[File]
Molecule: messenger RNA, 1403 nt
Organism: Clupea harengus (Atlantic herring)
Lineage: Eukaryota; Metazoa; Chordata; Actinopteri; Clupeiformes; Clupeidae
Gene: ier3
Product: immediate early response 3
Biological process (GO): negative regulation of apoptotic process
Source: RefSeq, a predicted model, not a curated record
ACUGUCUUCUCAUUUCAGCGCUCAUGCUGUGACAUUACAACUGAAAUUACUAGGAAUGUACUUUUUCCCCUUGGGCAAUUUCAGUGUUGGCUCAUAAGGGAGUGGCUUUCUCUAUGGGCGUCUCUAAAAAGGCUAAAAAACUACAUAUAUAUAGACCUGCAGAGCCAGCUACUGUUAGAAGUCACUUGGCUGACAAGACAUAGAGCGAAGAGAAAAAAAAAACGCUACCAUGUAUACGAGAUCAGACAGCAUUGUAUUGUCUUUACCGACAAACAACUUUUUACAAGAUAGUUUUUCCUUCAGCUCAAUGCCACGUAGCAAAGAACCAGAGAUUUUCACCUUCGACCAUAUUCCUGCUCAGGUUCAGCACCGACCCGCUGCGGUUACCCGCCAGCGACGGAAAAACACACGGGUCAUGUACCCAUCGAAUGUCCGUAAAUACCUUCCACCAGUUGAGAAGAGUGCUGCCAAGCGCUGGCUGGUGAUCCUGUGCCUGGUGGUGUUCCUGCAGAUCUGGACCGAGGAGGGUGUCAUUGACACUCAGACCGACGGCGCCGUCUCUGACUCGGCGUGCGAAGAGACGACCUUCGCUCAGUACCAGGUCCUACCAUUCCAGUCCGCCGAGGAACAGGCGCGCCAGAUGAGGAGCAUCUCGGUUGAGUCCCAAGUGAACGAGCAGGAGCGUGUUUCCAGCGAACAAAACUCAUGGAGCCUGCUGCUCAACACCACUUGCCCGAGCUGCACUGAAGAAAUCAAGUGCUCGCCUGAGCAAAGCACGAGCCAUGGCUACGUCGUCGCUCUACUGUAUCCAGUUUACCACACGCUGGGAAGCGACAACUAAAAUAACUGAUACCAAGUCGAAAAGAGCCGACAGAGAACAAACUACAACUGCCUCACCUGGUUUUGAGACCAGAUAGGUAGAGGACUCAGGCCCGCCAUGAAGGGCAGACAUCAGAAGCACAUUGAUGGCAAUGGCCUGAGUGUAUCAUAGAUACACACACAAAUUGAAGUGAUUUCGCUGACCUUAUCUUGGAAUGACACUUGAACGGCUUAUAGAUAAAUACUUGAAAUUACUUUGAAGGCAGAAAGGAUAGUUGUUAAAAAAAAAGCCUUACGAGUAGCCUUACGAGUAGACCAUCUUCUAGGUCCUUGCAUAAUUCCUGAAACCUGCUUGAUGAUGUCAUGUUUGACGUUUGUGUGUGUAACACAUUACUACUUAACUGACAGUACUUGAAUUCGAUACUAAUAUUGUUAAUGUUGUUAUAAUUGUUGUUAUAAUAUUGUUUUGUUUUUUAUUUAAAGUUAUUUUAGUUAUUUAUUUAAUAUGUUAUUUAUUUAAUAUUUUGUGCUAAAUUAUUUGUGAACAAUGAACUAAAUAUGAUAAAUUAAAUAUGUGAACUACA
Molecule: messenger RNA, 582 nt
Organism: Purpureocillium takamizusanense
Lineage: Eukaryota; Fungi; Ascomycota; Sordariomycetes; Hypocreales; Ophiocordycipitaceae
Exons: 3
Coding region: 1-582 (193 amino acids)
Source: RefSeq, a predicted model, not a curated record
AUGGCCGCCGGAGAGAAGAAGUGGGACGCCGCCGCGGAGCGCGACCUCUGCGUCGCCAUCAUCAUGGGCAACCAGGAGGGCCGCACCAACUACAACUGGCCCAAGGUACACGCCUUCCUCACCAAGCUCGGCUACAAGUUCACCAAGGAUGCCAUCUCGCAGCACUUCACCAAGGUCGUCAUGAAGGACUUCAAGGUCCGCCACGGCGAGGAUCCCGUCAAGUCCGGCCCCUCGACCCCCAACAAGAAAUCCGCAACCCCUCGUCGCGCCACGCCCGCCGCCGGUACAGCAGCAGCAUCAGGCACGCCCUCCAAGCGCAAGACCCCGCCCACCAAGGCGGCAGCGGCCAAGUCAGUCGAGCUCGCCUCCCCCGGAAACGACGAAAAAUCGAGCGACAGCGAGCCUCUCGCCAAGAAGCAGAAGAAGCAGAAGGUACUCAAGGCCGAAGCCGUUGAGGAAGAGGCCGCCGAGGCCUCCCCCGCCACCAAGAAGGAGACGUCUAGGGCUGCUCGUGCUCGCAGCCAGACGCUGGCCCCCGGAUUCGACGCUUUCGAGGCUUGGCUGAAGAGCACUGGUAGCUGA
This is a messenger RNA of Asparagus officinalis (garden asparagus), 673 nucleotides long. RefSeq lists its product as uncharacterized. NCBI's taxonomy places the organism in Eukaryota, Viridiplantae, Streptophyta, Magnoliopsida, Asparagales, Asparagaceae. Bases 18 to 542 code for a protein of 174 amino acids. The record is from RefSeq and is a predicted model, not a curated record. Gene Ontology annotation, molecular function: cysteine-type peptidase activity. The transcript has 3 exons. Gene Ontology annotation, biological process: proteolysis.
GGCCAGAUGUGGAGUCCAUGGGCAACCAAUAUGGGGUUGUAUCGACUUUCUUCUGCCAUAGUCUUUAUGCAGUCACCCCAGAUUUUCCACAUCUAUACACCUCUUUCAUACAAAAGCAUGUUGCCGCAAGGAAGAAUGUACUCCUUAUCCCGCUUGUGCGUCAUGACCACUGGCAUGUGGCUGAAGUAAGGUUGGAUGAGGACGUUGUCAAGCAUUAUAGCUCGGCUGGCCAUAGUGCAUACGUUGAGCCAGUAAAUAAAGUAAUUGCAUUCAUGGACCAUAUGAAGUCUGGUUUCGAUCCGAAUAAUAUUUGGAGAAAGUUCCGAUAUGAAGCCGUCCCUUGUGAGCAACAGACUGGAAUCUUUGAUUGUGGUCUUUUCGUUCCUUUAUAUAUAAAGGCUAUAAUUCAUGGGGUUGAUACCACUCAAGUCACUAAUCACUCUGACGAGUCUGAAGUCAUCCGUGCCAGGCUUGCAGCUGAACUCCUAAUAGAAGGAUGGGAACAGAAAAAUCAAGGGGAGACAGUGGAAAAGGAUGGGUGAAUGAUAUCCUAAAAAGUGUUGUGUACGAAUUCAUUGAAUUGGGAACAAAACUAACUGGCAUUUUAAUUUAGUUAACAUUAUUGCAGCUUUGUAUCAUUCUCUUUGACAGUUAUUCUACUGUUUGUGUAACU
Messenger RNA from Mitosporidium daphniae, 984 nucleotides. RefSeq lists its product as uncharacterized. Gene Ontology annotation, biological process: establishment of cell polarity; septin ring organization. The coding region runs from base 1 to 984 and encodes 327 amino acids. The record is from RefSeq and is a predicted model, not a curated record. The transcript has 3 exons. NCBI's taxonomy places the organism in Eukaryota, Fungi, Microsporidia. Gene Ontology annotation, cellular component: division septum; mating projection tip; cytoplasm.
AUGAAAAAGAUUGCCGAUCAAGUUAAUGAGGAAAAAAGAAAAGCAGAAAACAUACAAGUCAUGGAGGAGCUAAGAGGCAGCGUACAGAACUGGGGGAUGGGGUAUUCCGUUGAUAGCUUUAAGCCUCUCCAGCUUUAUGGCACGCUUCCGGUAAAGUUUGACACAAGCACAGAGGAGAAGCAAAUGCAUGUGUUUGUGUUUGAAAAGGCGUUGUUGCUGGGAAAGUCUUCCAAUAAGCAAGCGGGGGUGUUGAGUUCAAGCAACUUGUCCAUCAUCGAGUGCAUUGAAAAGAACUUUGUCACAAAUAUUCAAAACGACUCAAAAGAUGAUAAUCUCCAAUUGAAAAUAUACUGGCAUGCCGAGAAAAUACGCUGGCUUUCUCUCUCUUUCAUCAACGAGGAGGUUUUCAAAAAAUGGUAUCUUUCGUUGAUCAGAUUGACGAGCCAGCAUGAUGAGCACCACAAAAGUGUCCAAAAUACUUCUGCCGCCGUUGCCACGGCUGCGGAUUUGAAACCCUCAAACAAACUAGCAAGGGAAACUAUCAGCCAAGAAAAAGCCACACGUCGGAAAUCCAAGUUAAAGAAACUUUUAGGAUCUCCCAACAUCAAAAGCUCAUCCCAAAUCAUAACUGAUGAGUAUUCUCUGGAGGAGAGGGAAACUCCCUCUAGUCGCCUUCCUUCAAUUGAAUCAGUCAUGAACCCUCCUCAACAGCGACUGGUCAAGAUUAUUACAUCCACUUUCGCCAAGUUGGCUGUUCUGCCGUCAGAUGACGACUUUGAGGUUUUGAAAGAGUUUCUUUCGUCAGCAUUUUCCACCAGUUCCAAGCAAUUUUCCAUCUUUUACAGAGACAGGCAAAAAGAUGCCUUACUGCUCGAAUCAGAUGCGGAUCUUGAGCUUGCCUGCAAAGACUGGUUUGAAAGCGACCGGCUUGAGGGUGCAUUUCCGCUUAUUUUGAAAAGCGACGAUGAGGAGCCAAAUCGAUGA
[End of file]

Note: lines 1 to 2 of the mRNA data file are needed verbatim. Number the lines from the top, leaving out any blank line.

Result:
Molecule: messenger RNA, 1403 nt
Organism: Clupea harengus (Atlantic herring)